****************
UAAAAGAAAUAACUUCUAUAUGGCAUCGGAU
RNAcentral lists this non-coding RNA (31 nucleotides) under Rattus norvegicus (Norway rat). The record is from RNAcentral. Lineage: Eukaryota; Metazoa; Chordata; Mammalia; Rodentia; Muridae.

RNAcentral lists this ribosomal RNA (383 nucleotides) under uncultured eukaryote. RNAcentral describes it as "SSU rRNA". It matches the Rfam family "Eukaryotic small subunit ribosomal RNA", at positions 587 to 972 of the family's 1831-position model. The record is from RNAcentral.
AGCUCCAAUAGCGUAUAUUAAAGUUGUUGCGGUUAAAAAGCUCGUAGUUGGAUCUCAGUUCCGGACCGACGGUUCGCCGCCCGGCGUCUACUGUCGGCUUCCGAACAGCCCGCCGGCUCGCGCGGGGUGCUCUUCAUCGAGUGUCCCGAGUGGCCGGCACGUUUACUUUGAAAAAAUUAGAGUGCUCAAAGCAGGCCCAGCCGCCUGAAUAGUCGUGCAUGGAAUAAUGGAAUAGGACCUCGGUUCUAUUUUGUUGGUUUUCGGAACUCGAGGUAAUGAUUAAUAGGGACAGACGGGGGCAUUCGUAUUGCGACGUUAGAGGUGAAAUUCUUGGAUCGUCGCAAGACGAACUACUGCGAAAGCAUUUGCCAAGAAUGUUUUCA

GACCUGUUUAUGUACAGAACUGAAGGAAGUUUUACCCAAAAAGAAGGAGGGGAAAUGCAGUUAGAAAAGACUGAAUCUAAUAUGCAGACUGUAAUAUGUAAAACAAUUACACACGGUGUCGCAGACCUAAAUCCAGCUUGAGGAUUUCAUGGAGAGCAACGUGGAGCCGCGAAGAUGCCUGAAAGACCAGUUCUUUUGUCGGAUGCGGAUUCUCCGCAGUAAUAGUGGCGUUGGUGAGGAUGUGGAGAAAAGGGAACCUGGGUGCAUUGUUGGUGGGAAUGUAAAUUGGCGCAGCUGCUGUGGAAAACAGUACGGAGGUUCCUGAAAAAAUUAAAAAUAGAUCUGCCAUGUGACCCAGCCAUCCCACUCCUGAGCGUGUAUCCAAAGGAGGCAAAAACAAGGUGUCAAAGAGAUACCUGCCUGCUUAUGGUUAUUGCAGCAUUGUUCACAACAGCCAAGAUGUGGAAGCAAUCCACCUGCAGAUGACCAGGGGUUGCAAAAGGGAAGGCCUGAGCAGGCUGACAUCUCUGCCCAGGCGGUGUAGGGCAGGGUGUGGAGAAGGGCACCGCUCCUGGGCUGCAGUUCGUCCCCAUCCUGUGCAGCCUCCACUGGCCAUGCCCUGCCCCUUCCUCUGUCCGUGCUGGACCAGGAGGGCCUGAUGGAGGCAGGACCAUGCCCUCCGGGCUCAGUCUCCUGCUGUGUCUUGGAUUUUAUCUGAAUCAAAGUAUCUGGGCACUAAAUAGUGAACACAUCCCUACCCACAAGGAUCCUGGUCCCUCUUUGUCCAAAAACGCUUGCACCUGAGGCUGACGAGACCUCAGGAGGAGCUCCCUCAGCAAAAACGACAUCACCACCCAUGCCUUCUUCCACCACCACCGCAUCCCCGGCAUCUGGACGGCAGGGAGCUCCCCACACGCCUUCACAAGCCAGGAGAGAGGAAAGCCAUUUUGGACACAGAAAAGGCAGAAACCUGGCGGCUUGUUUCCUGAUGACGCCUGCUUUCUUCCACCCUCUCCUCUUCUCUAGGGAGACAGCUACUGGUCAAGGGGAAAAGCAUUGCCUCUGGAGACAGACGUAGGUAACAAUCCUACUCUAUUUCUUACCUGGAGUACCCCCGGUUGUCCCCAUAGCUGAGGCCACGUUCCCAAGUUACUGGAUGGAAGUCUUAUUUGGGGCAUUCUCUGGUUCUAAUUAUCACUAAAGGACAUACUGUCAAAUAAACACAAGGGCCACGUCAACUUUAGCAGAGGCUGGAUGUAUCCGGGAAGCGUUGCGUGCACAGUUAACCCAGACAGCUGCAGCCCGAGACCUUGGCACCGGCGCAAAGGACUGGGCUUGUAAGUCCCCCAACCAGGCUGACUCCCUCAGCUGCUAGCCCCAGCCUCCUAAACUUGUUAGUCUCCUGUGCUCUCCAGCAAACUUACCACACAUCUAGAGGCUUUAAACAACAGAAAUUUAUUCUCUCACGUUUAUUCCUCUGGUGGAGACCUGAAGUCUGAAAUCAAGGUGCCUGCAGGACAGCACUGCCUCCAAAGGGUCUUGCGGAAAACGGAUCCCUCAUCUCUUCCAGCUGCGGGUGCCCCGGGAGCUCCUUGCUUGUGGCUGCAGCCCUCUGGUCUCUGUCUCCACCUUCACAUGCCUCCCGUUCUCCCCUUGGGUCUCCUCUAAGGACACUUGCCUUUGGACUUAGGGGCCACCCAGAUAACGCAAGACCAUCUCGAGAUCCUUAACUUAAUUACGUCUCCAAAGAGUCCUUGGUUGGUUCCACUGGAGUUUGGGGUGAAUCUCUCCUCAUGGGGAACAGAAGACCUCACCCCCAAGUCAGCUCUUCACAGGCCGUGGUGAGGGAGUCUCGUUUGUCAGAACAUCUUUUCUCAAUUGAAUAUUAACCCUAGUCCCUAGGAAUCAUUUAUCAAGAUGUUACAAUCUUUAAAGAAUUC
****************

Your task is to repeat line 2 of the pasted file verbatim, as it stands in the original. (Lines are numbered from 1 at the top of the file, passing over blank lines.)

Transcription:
RNAcentral lists this non-coding RNA (31 nucleotides) under Rattus norvegicus (Norway rat). The record is from RNAcentral. Lineage: Eukaryota; Metazoa; Chordata; Mammalia; Rodentia; Muridae.